So started the shopping and a broadening of our vocab in a very niche way. E350 of mixed pasture seed from Gamm Vert. The plan was to create a meadow to supply hay, whilst the animals grazed the other 1.5ha. Hopefully we could also create some garden space around the house as it had been cultivated right up to the edge.
A wheelbarrow, dustbins, yard brush and shovel from Bricomarche. And loyalty cards from both. Then back to Bricomarche for a 5L sprayer and some nasty French chemicals to declare war on the weeds which were starting to take over the courtyard.
Walking boots and jeans became work clothes – what we had in the caravan was limited in terms of wardrobe choice!
The morning was glorious, still, with a deep cloudless blue sky. And we set to. The garage, being lockable, was the first job to clear. It housed the huge boiler and oil tank, a wardrobe, ancient fridge, lots of rubbish, dead rats etc. We found the tip’s opening hours online and loaded Ruby (old red Landrover Discovery) up. Getting rid of the fridge was one major nasty smell eliminated – even worse than the dead mammals which were at least so desiccated as to be fairly odourless! Then Rod started in the small barn, which was very dark and spidery. So I elected to start on the weed spraying. Another trip to the tip with everything from ancient sacks of chalk, old kitchen units, rusty metal and some indescribable yellow stuff in kilner jars which, fortunately, R couldn’t get the lids off.
However, as R kept finding “treasures”, there were a lot of things which didn’t (and should have!) make it to the tip. Here is a man who can go to the tip and return with more than he went with! At least, with the size of the large barn, there will be plenty of storage for all of these obscure items “which might come in handy”. Certainly, there were as many exclamations of “ooh, look at this” as there were of “Yugh”. A case of “One bin for me, one bin for the tip!!!!!”
Amazing how big the room looked when cleared.
Having mocked Rod for his salvaging, I did keep one thing – a very lethal looking old horse drawn harrow with wicked looking blades. Not sure what I’ll do with it, but…..
The only thing we couldn’t do anything about in the first room in the small barn is a metal tank, too big to budge. The 2 of us couldn’t even lift one leg. Dipping it with a bamboo cane, it still has fuel of some sort in it, below the level of the tap. Red diesel? What to do with it? Not quite what I want in my freezer and produce room to be. Any suggestions anyone?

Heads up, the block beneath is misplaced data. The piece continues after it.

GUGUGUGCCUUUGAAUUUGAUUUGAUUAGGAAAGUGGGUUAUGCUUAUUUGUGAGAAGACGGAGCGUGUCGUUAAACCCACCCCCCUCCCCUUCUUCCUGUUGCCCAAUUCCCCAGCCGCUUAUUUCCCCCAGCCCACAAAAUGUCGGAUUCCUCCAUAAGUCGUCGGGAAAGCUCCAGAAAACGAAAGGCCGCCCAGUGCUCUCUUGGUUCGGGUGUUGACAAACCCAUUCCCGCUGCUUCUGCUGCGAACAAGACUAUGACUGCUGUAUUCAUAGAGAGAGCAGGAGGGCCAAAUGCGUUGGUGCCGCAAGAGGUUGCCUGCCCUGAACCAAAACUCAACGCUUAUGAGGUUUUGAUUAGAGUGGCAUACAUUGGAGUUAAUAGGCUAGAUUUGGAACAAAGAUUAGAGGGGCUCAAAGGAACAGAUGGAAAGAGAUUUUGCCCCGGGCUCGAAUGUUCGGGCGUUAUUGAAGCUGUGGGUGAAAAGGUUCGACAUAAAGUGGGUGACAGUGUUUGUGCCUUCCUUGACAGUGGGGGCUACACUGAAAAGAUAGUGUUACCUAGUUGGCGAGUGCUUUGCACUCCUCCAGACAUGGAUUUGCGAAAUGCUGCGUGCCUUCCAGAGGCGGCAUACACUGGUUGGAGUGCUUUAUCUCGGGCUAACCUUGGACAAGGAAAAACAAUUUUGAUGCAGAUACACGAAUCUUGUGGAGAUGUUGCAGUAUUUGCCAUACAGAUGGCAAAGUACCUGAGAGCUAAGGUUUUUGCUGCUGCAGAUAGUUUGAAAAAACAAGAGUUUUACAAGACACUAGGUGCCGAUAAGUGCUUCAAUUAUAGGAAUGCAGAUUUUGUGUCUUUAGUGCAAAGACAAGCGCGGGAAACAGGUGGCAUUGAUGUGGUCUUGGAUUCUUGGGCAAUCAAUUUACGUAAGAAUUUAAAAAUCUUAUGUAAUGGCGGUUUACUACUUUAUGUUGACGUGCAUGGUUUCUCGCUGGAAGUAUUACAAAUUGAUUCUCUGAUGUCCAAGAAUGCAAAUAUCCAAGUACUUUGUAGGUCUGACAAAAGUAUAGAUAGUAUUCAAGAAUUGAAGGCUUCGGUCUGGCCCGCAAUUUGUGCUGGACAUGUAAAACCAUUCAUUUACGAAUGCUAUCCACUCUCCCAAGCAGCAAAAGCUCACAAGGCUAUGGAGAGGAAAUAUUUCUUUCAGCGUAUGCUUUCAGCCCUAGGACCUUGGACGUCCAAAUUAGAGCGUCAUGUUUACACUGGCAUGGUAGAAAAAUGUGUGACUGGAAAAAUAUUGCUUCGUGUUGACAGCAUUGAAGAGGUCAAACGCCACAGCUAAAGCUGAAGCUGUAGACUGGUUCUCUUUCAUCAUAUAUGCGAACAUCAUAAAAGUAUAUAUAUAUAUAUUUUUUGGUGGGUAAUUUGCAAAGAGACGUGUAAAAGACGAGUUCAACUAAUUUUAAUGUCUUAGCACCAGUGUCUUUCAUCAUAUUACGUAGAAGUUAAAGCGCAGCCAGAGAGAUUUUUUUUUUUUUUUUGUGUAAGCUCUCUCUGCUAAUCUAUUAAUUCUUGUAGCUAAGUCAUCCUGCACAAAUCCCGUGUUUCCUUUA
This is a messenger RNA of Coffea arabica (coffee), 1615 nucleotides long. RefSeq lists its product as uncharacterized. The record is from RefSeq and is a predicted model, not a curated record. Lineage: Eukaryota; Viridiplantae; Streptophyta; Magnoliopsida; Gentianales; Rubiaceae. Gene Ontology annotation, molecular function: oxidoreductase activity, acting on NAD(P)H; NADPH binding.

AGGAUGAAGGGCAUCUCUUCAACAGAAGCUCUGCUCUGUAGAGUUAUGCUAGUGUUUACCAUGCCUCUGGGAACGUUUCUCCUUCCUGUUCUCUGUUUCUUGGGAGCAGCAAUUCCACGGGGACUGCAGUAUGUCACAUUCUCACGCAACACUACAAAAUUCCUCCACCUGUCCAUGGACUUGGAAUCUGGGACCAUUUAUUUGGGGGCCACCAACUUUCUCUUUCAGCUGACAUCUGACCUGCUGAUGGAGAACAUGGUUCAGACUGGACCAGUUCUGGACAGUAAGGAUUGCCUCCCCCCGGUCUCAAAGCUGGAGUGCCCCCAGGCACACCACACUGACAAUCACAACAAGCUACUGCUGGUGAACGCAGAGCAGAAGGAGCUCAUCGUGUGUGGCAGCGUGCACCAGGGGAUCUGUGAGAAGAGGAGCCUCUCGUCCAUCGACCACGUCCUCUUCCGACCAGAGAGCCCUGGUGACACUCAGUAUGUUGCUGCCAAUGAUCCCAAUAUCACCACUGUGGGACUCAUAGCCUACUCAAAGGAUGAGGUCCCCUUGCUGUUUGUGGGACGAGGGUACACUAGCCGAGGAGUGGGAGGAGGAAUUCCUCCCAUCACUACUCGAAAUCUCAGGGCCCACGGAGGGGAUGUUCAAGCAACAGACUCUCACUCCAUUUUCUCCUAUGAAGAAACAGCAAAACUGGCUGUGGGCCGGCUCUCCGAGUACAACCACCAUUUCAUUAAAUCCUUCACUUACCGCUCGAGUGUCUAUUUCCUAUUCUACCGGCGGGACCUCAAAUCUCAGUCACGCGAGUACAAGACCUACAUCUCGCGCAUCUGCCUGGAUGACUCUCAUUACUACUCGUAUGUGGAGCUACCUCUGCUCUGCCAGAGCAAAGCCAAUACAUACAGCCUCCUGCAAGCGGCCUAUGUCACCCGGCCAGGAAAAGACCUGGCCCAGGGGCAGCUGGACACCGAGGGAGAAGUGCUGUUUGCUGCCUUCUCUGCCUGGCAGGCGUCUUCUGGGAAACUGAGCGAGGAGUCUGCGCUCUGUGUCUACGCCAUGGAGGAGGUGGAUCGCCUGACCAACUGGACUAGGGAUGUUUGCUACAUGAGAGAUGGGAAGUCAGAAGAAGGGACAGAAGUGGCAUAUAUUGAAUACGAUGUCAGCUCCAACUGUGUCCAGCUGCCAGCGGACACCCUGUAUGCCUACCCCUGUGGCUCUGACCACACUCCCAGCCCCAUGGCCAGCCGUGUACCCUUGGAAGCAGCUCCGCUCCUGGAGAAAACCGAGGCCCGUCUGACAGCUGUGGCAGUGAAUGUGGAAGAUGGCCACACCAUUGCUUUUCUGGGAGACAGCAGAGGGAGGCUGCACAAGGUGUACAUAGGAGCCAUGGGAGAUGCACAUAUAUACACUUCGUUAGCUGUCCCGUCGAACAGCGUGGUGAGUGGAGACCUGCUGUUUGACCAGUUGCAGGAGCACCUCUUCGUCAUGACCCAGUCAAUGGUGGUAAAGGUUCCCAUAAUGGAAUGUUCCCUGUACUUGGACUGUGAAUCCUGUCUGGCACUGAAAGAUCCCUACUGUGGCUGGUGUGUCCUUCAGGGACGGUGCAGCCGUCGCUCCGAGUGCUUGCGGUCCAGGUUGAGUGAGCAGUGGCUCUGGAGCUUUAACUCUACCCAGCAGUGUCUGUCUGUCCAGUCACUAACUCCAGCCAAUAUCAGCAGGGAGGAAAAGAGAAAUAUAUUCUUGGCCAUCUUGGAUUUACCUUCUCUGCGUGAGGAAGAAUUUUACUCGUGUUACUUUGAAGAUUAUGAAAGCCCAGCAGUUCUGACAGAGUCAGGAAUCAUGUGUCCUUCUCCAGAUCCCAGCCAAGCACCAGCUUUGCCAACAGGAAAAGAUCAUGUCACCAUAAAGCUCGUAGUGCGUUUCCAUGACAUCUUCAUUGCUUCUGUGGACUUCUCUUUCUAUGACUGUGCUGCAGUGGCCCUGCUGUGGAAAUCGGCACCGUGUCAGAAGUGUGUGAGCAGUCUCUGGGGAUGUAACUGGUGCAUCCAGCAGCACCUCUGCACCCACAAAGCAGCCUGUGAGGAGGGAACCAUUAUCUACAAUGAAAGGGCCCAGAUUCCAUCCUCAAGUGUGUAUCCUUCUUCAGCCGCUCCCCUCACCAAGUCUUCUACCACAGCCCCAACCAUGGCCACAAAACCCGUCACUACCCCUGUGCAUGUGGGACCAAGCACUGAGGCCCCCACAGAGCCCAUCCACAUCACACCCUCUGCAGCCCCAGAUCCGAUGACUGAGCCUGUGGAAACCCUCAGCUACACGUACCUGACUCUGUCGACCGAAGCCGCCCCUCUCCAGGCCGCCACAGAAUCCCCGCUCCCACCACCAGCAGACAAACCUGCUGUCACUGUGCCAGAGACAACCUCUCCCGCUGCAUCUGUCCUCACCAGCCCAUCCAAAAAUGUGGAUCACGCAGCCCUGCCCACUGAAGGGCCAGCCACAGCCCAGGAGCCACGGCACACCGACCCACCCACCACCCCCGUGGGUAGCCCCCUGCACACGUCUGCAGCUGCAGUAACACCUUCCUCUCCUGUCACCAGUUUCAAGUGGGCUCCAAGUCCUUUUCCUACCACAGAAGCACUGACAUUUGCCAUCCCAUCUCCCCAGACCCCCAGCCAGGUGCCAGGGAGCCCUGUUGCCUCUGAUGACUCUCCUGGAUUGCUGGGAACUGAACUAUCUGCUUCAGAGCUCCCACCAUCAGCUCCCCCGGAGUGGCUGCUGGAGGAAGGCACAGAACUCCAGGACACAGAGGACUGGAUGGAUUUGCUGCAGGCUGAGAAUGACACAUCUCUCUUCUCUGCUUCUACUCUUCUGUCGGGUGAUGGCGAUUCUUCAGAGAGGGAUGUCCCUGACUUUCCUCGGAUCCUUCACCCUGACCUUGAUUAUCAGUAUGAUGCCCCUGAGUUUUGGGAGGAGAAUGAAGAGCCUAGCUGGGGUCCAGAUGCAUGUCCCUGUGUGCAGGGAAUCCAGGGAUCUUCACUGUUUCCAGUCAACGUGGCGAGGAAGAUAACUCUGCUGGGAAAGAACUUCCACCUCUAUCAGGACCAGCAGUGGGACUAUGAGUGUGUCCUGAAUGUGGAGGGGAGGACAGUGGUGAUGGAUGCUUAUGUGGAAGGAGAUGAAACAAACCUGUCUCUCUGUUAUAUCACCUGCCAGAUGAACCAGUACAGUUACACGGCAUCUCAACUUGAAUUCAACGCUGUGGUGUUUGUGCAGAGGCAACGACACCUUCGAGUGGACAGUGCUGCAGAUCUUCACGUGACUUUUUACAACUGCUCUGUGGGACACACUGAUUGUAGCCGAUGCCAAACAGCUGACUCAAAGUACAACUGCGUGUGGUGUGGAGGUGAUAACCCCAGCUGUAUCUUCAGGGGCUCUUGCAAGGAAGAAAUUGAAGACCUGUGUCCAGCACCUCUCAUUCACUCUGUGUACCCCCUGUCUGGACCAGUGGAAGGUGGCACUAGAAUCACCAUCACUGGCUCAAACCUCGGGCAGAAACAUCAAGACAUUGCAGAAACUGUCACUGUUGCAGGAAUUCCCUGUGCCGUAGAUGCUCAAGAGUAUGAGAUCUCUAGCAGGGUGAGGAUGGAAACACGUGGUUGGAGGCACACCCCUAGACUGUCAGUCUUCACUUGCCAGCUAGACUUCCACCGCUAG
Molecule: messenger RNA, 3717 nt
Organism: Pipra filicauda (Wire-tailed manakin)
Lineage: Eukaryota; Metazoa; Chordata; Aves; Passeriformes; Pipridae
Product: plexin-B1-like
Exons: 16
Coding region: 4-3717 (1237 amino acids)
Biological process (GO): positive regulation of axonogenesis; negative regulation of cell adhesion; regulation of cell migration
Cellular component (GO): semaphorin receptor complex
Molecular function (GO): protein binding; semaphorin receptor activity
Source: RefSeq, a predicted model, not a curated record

A 5l sprayer is no weight and spraying in a sun top in 25C, looking out over the lake, with herons and buzzards as the only noise, was not really hardship. Not quite a fair division of labour really. And to think that I could have been teaching!
To take the occasional break, we moved beams of oak around, laying them in various places to try and envisage things like the pool, the covered terrace – (would it obstruct the view?) – and the veg patch. Happy as pigs in the proverbial! A real feeling that this is about our future.
Today, as a break from the grime, we went for a bit of house related retail therapy. We bought 2 woodburners. I’d done extensive research, both on the internet, and going round all the brico stores in a 30km radius that we could find, pricing up everything from washbasins to tiles and palm trees. As it is now the start of autumn there are lots of offers on winter heating things and we finally found the one that we (I) wanted on offer online through our local store – another loyalty card bonus! It won’t come as any suprise that it is a red one for the kitchen. We are going to have to live with the beige tiles in there, and the units will be neutral, so I wanted a splash of colour. I have already sourced a red range, but we won’t buy that just yet! (Unless it goes on special offer!) The other was also specially reduced, until tomorrow, so it seemed a shame not to get that too. I keep telling Rod how much we are saving. The second is a more normal colour, black and tall and thin to fit in the corner in the living room. The living room has no fireplace, so at the moment seems to lack a focal point – except of course for the lovely view over the lake. But that won’t keep us warm over what we have been told can be very cold winters.